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Bills of Grace.
Bills of Grace and Pardon (a) originate with the Crown, and are first signed by the King and then transmitted to Parliament. They are passed on their first reading, without amendment, “because,” says Hakewell, “the subject must take it as the King will give it, without “any alteration.”
At the reading of the bill the Speaker does not open it (i. e. declare its contents), but merely reads the title, the members sitting uncovered.
The Royal Assent is not given to it, because it is origi. nally the King's free gift; no other circumstance is required than that its thankful acceptance be expressed by Parliament, which is done in these words. “ Les Prelats, “ Seigneurs et Communes en le present Parliament assem“bleès, au nom de tous voz autres sujets, remercient tres “humblement votre Majestie, et prient à Dieu qu'il vous “donne, et sante, bonne vie et longue.” “The Prelates, “Lords and Commons, in this present Parliament assem“ bled, in the name of all your other subjects, most humbly " thank your Majesty and pray to God to grant you in • health and wealth long to live.”
(a) D'Ewes, 20, 73. C. J. 17 June, 1747.
It is truly observed by Blackstone (a), that it is the in- Right of Petiherent right of every Englishman to petition* Parliament tion. for the redress of all grievances, beyond the power of a court of law to relieve (3); but it is also the undoubted right and privilege of both Houses of Parliament, to adjudge and determine touching the nature and matter of such petitions, how far they are fit or unfit to be received (c). Accordingly the rules to be observed, and the forms to be made use of by the subject, in the exercise of this right, will form the subject for consideration in the pre. sent chapter.
During the times immediately preceding the rebellion Tumultuous of 1640, the freedum of Parliament was frequently men- Þe aced by riolous and tumultuous petitioning, led on by the fiery agitators of those times as an end for the furtherance of their evil designs. Accordingly, when the nation had in some measure recovered from the shock of that rebellion, which the unrestrained exercise of this right had materially assisted to produce, the statute of Charles was
(a) 1 BI. Com. 142.
(6) L. J. 9 Sept. 1614. (c) See 1 Grey, 209.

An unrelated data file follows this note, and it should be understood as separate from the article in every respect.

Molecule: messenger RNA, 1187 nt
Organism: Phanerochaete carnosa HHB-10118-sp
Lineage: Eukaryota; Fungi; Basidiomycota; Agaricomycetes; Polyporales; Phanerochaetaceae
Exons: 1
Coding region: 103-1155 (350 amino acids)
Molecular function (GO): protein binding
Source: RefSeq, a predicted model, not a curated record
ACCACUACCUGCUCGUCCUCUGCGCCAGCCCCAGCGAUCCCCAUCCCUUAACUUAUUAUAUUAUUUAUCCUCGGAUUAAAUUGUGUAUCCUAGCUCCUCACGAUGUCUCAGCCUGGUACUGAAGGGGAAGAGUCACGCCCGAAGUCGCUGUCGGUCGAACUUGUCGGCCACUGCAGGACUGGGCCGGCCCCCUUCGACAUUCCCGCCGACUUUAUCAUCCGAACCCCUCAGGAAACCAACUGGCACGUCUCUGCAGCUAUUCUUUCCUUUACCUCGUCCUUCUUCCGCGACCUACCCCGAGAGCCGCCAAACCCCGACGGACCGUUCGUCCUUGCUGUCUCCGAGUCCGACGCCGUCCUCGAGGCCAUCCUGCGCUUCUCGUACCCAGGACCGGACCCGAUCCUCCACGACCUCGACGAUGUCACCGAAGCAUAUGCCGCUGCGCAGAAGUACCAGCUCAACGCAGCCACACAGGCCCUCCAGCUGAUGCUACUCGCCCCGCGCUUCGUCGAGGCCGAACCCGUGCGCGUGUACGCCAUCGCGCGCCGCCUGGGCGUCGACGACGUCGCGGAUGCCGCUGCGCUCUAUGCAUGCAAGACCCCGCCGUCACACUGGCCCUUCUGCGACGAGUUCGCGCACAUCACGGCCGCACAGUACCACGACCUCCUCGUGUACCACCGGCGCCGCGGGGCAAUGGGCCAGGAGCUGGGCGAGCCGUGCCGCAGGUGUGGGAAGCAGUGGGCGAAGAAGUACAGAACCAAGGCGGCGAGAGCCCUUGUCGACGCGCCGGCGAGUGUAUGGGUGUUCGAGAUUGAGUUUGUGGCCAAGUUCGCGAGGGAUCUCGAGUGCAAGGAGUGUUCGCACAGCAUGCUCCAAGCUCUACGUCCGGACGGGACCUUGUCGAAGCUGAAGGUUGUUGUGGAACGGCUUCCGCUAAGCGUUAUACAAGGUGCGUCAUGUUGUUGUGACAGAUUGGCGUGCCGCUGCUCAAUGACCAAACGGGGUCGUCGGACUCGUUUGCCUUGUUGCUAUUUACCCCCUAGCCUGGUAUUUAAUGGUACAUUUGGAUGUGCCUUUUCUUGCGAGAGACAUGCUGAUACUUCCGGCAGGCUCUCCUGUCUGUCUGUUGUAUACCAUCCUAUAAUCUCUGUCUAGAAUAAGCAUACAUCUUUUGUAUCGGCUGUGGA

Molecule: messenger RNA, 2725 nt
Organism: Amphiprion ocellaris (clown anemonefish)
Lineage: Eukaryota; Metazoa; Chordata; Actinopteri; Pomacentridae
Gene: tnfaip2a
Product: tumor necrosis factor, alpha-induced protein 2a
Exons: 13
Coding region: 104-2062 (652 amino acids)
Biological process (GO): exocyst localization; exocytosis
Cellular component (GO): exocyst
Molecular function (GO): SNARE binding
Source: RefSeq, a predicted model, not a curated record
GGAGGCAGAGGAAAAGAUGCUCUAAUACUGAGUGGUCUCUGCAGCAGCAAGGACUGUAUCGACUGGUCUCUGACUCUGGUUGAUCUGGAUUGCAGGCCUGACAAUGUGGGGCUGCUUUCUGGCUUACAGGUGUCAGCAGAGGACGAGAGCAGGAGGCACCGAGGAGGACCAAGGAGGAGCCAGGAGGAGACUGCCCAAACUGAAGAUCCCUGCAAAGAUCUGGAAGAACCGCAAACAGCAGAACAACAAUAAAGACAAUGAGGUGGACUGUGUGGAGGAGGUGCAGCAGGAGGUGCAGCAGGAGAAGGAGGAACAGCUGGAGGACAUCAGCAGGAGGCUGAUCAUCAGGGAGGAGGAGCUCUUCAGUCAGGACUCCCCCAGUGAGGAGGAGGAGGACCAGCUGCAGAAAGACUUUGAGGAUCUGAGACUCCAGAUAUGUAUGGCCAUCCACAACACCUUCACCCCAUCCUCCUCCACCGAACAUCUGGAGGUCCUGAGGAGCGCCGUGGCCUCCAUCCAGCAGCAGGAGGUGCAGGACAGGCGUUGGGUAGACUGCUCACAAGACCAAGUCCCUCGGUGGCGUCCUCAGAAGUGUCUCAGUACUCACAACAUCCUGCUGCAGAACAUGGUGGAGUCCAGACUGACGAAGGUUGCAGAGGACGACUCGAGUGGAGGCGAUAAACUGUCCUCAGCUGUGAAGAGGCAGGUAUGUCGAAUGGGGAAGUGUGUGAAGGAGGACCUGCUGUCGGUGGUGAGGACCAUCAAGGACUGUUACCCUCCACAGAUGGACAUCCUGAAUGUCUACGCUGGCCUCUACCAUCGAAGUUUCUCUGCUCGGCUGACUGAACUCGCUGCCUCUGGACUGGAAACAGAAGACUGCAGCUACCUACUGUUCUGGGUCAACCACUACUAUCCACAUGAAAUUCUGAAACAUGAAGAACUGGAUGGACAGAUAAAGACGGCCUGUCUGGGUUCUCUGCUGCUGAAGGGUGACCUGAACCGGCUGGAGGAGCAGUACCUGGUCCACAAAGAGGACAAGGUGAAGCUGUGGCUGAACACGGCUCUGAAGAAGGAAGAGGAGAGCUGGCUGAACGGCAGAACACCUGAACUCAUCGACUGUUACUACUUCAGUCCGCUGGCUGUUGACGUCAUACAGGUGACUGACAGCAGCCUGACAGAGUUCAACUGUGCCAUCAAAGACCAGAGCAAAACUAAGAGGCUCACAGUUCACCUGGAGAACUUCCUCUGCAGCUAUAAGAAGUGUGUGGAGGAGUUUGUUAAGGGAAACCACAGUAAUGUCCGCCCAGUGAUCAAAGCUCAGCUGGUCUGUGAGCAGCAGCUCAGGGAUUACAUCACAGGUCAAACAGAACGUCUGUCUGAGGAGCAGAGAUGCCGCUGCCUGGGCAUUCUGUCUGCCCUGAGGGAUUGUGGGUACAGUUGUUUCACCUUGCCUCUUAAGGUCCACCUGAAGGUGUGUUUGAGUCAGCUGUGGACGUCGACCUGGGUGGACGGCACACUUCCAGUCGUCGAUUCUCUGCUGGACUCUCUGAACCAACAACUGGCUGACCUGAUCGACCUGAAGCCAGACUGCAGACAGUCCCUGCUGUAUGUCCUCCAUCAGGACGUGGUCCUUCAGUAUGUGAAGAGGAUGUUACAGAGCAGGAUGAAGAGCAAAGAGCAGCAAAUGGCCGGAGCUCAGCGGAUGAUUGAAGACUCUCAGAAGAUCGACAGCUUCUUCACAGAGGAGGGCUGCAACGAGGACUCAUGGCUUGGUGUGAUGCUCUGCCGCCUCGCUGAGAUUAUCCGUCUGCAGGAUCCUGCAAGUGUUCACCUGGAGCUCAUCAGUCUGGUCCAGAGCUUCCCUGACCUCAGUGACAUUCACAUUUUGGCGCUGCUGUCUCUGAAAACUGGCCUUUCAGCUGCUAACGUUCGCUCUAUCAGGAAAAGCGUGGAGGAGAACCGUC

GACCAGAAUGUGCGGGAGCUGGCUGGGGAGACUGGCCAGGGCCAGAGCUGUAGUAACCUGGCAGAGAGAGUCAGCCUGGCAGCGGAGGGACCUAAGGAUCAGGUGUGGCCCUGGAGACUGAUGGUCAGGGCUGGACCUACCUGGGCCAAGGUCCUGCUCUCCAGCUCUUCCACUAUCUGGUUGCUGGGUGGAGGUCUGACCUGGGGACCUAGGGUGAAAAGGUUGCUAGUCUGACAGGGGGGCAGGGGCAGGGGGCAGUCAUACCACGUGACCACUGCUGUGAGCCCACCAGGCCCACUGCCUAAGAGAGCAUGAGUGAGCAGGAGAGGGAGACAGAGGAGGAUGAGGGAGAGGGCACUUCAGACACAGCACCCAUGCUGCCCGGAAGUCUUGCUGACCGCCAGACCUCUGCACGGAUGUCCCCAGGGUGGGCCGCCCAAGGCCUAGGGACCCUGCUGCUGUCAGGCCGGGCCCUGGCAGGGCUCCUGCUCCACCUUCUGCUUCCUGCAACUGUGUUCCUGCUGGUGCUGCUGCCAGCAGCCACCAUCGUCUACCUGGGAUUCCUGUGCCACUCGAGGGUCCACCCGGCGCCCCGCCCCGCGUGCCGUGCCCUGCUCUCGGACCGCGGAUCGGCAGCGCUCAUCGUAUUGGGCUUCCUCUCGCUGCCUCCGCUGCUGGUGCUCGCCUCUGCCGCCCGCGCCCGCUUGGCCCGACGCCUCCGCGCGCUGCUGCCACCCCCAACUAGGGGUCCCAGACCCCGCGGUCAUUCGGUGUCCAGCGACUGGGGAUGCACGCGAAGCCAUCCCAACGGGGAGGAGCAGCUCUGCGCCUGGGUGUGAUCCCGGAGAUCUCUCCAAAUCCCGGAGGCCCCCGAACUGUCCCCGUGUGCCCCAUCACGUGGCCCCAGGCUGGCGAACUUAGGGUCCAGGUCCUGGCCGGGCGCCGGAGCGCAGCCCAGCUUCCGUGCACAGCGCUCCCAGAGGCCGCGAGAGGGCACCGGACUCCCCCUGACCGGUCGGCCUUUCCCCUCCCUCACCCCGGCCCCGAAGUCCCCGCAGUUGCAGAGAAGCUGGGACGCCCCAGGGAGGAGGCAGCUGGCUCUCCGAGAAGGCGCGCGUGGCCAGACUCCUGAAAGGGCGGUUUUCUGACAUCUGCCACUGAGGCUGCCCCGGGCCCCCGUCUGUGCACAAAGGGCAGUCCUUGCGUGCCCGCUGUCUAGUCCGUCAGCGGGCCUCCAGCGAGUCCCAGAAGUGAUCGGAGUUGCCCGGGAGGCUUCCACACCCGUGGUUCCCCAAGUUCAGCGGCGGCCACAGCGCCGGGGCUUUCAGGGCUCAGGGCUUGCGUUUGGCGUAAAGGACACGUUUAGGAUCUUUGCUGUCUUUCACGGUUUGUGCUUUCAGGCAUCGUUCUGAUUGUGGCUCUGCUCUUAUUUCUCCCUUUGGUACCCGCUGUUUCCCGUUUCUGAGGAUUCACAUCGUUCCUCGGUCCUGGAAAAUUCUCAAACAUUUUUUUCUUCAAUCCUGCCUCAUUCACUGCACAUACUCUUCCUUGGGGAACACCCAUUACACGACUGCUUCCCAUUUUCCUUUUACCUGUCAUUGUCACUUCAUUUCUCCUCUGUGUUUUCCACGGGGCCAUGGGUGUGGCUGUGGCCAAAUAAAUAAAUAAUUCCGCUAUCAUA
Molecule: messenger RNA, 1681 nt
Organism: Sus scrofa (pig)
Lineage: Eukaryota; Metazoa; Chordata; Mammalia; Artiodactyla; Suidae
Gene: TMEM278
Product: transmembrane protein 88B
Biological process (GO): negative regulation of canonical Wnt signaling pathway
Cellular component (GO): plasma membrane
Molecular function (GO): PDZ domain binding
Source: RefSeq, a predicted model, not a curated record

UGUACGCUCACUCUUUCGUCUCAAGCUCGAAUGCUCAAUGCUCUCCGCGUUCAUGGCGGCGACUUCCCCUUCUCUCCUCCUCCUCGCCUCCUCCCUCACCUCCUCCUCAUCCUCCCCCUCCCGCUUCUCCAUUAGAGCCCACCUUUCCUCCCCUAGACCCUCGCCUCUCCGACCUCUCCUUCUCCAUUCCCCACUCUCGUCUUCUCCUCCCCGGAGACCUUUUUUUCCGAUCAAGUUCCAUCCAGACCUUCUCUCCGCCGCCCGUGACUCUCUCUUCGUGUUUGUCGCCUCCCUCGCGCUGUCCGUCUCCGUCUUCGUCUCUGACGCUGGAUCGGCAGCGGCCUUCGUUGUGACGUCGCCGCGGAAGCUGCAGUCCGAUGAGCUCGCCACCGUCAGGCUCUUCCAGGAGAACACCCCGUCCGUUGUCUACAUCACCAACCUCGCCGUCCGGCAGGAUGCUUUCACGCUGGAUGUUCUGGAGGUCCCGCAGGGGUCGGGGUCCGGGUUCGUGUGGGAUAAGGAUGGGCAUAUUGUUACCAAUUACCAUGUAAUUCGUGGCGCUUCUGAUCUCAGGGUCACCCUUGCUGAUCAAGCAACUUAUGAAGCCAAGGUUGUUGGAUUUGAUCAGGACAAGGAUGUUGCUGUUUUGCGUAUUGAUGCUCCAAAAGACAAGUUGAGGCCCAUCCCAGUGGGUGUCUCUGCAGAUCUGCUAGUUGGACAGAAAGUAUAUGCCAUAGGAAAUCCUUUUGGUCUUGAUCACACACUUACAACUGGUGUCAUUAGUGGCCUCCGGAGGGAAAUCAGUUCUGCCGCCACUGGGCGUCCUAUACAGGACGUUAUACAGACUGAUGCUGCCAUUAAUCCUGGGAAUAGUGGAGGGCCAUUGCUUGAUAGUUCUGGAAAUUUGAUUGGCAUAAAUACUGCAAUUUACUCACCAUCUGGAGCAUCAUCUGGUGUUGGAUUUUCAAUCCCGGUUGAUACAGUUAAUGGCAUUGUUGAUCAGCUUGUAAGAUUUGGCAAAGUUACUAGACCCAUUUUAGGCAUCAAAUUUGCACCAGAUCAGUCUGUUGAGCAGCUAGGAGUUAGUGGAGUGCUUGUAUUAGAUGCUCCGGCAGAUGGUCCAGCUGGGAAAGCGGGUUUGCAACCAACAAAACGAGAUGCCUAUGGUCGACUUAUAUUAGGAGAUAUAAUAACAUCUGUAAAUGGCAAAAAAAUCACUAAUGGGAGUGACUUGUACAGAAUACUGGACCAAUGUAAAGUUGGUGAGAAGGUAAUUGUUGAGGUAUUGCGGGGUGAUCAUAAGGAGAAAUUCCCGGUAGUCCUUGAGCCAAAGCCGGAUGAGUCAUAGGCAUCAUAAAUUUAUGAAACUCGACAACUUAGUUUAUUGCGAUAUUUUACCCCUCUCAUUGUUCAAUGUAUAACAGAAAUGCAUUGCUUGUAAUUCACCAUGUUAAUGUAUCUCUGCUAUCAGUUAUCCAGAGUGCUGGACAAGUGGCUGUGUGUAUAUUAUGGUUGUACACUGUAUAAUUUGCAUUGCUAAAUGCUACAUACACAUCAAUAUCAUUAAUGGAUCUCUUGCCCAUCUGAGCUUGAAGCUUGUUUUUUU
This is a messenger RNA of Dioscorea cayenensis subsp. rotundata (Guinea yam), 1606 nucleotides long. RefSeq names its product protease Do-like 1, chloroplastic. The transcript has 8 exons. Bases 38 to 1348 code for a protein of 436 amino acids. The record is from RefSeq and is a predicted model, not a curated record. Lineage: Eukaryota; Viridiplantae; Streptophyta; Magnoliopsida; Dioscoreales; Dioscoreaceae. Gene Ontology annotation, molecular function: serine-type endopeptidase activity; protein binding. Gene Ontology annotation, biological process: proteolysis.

* Petitions may be transmitted by the post to Members of Parliament for presentation, free of postage. This privilege was confirmed by a Treasury Minute of the 26 Dec. 1839, under the authority of the “ Penny Postage Act.”
By a Standing Order of the House of Assembly in this Province (vide M.S.S. Journals, 1835, p. 97), the postage of packels containing Petitions to the House, and documents relating thereto, shall be charged in the account for Contingent Expenses of the Legislature, upon production of such packet to the Clerk of the House, without any limitation as to weight.
Act for its pre. vention.
enacted, to prevent as far as possible, by legislative interference, the abuse of a privilege which, when exercised with discretion and forbearance, is one of the greatest bulwarks of British liberty.
By this act (13 Car. II. stat. 1. ch. 5.) it was provided that no petition to the King, or either House of Parliament, for the alteration of matters established by law, shall be signed by more than twenty persons, unless the matter thereof be approved by three Justices of the Peace, or the major part of the Grand Jury at Assizes or Quarter Sessions, in the country--and in London, by the Lord Mayor, Aldermen and Common Council; nor shall any petition be presented by inore than ten persons at a time-under penalty, in either case, of a sum not exceeding £100, and three months imprisonment. But, under these regulations, it is declared by the Bill of Rights (d) that the subject hath a right to petition, and that all commitments and prosecu
tions for such petitioning are illegal. Not observed by Both Houses of Parliament, however, are now in the
constant habit of receiving petitions, signed by hundreds of persons, for alterations in the established law, though they be not prepared according to the statate of Charles, but this is a practice of very modern introduction,* and we have a judicial decision (e) on the subject which declares,
that this act is not in any degree affected by the Bill of But can be called Rights, and that, though not in present operation, it can
re- be called forth when any emergency may require it.